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The difference between seeing and perceiving

  • RabbiGreg
What does G-d look like? If you ask most people this, they would be hard-pressed to give you an answer, while kids would probably draw a sunbeam or an old man on a cloud. Our Torah portion describes Moses and Aaron and 70 elders of Israel going up Mount Sinai, “and they saw the G-d of Israel” (Exodus 24). What did they see? The rabbinic commentators were puzzled because we are told later that you cannot see G-d and live (Exodus 33). How was it possible for this group of leaders to see G-d and live?
by Rabbi Greg Alexander, Temple Israel Cape Town | Feb 08, 2018

A commentary by Nachmanides (1194-1270) takes us back to the kids and their drawings. He suggests, as many commentators do, that it wasn’t G-d Herself that the elders saw, as G-d does not have a literal body. When the Torah describes G-d’s back or outstretched arm, it is figurative language to explain an aspect of G-d that we might understand better through a metaphor.

Nachmanides points out that it was the elders of Israel, not everyone, who “saw” G-d, as mentioned in our portion, implying that it was their age and stature that allowed them to perceive what others could not. As we grow up, our perception of G-d needs to change. We begin to move past our early childhood understanding of G-d and take on a more sophisticated theology – or do we?

In my experience, while our schools work us hard on maths and science, many people retain this idea of the “old man on the cloud” right into adulthood. This is often the reason for many people rejecting a belief in G-d and becoming agnostic or atheist. Once they experience pain or sadness, they ask why this G-d, who is supposed to be a wise, beneficent old man, would allow evil in the world. And their (child-taught but not adult-appropriate) picture is shattered as it is not sophisticated enough to handle the hard questions.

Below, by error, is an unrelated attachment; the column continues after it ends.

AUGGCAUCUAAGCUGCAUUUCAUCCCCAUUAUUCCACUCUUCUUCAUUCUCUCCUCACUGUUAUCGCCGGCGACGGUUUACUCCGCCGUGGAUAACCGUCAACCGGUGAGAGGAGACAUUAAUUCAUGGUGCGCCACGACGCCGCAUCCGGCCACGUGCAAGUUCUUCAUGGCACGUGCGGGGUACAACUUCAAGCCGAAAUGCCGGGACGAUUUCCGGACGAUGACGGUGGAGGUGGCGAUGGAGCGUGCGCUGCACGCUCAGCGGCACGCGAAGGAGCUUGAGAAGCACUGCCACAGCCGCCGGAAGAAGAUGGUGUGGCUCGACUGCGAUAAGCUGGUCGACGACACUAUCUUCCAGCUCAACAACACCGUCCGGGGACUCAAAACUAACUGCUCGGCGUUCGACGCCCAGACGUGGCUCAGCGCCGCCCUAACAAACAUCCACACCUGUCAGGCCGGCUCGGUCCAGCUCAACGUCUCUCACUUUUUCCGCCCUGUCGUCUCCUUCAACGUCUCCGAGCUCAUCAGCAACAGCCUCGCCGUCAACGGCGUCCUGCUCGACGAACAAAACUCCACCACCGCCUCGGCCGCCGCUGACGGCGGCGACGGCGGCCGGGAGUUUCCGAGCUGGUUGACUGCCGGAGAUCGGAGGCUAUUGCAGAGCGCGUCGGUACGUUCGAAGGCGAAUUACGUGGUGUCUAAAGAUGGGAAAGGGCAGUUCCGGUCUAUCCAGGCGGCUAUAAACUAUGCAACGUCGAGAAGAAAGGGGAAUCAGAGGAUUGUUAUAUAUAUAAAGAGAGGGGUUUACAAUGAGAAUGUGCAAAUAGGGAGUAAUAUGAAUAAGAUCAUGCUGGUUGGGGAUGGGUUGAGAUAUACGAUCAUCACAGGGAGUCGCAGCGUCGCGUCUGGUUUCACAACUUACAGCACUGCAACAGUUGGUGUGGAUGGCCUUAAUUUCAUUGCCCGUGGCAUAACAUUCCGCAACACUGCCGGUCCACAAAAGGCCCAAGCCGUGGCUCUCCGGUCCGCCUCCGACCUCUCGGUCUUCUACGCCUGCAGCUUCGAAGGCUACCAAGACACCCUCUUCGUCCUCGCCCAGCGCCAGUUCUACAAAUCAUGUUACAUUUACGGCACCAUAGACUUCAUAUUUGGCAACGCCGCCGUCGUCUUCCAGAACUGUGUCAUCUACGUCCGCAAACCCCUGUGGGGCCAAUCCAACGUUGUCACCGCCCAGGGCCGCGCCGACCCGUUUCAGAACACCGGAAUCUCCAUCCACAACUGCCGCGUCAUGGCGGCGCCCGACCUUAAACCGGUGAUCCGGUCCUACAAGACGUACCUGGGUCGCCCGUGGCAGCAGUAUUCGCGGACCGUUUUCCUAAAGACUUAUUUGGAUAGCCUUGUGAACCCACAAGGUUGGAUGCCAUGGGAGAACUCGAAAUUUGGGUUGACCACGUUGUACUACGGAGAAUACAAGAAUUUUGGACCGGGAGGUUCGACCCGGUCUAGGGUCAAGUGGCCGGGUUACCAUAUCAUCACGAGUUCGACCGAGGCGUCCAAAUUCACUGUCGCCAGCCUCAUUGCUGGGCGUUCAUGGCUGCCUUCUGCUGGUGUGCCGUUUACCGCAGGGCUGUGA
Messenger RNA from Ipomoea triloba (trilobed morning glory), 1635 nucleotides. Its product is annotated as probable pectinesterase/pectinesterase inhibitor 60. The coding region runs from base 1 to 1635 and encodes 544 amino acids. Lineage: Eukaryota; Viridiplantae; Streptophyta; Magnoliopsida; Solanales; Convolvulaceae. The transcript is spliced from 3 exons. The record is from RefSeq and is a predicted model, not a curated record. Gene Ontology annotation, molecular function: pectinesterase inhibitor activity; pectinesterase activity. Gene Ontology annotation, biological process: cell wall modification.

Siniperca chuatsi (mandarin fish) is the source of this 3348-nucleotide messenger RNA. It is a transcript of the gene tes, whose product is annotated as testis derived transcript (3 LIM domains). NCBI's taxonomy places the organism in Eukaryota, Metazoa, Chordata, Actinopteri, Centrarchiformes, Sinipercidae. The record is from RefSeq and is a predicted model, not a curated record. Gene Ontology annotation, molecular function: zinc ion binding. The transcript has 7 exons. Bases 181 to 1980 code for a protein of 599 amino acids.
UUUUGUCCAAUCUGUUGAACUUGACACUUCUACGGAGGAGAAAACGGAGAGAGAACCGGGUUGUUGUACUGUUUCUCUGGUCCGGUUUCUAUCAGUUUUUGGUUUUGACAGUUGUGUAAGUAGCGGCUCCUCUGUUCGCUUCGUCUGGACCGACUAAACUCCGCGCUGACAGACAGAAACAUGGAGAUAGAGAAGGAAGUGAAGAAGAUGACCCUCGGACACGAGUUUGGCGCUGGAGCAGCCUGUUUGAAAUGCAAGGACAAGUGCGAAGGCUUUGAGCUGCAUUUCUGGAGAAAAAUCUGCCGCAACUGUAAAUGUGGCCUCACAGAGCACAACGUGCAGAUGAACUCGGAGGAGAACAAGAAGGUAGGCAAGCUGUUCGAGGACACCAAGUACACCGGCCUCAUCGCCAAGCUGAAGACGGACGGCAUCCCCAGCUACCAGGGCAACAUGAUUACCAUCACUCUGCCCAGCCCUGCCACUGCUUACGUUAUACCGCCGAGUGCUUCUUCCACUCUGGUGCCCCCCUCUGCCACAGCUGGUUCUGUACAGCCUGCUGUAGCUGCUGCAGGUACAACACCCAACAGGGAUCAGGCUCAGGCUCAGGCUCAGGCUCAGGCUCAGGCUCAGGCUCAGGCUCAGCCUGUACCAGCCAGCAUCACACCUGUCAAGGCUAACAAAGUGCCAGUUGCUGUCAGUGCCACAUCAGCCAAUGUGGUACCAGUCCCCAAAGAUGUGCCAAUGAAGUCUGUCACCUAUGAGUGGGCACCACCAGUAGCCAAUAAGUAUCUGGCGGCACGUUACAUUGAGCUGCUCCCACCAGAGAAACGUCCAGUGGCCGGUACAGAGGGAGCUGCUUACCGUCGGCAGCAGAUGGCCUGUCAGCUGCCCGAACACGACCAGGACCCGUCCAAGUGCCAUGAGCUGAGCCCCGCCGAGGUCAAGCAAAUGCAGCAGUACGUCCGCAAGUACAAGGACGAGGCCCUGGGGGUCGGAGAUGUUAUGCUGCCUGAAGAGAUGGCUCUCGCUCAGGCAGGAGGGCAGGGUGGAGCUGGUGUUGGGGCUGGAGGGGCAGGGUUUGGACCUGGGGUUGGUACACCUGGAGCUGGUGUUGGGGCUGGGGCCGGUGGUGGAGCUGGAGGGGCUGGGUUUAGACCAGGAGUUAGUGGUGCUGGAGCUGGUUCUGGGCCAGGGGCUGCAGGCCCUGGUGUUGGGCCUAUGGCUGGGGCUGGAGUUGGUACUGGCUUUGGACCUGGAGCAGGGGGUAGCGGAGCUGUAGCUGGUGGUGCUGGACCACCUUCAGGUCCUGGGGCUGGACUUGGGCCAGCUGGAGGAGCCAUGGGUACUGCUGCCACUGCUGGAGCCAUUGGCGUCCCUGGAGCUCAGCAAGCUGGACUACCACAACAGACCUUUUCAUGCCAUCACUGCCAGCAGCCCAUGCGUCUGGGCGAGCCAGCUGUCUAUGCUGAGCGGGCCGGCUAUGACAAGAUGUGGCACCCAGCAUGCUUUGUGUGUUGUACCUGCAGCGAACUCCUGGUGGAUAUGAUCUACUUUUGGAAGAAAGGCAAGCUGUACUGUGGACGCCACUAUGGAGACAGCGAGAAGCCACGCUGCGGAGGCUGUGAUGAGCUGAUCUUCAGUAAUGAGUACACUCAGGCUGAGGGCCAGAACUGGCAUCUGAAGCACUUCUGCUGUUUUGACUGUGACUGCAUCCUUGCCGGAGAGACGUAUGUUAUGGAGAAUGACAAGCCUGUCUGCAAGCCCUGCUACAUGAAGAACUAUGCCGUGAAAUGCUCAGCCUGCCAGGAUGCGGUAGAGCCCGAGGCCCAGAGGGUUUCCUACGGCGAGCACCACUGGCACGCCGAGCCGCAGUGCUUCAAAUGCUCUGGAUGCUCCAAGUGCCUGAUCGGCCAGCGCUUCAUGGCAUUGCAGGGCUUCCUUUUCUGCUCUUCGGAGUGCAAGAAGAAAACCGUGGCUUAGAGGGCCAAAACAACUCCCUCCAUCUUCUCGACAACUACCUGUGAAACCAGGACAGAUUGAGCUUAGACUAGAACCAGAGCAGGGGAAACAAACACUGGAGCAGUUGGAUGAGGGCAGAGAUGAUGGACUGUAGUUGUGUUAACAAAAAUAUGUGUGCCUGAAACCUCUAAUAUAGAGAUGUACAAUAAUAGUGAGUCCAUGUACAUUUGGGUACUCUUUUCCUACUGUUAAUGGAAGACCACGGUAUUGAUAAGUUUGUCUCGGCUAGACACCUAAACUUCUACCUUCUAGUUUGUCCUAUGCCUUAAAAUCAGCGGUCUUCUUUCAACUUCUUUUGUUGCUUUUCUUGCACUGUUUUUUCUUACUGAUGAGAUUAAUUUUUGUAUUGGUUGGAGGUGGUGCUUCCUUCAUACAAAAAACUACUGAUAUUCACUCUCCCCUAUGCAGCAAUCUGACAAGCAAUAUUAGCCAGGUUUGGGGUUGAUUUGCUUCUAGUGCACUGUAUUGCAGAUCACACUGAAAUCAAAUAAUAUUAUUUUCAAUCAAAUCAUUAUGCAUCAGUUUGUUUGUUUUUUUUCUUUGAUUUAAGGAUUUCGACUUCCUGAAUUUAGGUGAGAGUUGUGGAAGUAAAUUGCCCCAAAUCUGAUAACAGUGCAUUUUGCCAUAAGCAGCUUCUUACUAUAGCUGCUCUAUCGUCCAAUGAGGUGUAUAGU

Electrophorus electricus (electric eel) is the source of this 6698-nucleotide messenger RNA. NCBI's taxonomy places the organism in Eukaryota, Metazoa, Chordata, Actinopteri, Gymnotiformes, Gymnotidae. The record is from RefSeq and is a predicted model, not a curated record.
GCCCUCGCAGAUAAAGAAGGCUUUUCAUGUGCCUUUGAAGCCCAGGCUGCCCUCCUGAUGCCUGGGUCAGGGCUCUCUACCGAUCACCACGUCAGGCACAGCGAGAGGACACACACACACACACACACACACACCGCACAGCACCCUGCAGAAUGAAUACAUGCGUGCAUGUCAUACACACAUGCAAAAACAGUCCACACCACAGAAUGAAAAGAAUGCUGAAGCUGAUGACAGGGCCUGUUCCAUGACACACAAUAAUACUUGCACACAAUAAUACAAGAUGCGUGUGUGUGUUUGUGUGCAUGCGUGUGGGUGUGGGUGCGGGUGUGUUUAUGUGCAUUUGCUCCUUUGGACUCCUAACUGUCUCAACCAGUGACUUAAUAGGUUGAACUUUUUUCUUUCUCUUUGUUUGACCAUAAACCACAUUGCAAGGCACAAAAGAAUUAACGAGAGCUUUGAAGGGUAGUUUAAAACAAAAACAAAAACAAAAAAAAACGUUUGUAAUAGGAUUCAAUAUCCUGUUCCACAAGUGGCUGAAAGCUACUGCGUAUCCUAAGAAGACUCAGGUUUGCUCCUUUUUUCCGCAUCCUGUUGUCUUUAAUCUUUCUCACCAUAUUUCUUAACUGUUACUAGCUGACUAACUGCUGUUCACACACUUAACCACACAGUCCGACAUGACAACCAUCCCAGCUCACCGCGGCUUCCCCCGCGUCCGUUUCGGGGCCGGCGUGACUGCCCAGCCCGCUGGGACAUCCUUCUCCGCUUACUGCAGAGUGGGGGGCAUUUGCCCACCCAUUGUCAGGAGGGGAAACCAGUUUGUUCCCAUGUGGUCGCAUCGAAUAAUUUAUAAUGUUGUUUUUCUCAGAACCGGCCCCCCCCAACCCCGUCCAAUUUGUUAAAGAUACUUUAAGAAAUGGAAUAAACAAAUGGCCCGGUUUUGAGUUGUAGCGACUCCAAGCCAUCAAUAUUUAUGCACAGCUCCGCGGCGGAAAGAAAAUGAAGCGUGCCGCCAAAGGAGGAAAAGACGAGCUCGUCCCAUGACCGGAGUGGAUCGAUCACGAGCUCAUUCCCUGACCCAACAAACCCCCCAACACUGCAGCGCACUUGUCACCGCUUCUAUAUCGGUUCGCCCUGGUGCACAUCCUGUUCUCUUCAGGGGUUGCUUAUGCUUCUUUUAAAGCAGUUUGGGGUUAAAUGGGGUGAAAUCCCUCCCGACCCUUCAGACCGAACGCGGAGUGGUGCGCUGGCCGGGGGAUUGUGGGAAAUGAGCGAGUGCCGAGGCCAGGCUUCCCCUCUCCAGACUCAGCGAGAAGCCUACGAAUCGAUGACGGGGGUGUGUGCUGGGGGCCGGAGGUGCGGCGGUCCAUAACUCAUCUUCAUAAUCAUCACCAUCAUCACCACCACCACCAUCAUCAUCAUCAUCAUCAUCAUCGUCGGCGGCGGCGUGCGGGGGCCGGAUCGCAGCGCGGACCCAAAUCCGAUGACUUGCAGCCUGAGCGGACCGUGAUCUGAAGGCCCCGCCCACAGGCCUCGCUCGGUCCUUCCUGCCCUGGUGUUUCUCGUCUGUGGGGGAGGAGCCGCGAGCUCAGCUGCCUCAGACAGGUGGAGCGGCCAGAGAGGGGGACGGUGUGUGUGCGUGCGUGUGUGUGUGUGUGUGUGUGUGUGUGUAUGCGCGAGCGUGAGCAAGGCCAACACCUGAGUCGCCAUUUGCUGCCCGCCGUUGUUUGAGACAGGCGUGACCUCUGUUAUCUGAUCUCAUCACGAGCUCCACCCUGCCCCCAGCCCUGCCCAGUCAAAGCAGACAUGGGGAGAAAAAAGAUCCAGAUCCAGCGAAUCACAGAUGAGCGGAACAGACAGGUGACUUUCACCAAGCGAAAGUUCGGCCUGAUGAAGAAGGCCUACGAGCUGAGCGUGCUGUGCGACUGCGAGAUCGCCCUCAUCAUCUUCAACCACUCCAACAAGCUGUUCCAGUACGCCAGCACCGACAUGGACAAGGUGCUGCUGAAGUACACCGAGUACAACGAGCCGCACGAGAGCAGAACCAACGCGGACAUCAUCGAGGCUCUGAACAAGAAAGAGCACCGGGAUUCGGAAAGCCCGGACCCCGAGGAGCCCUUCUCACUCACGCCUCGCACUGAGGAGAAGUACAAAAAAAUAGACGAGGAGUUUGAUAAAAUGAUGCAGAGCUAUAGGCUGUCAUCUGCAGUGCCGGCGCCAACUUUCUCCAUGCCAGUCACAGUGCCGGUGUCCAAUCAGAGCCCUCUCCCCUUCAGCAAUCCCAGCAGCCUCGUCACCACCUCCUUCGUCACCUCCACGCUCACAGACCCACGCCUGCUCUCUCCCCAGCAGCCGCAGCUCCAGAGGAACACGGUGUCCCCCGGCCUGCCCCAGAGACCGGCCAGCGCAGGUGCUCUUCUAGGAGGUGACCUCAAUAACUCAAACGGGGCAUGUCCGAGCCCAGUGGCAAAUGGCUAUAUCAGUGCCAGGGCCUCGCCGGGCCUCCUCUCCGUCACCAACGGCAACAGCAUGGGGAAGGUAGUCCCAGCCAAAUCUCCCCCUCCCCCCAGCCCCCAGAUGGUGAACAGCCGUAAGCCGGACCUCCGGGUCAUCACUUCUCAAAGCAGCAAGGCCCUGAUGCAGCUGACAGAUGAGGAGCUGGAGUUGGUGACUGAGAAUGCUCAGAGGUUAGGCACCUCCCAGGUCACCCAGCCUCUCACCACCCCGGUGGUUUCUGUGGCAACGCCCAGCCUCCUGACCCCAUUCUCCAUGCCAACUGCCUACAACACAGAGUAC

There are libraries filled with books that contain teachings from all the great religions of the world, that wrestle with the ideas of what G-d looks like and, more importantly, how G-d acts in the world. How can a world that contains war, corruption, plague and pain possibly be governed by a G-d that is all powerful and all good? Jewish tradition – from King David through Job to Maimonides and on to the Holocaust and today – is filled with great minds and thrilling discussions around how G-d operates in a complicated world.

But for many, those teachings will never be read, because they gave up on G-d long ago.

May this Shabbat give us the inspiration to review the tough questions and delve into perhaps the biggest challenge of our lives: understanding who we are and why we are in this world, and what G-d wants of us. May we merit the experience of Moses, Aaron and the elders to have a perception of the Divine.

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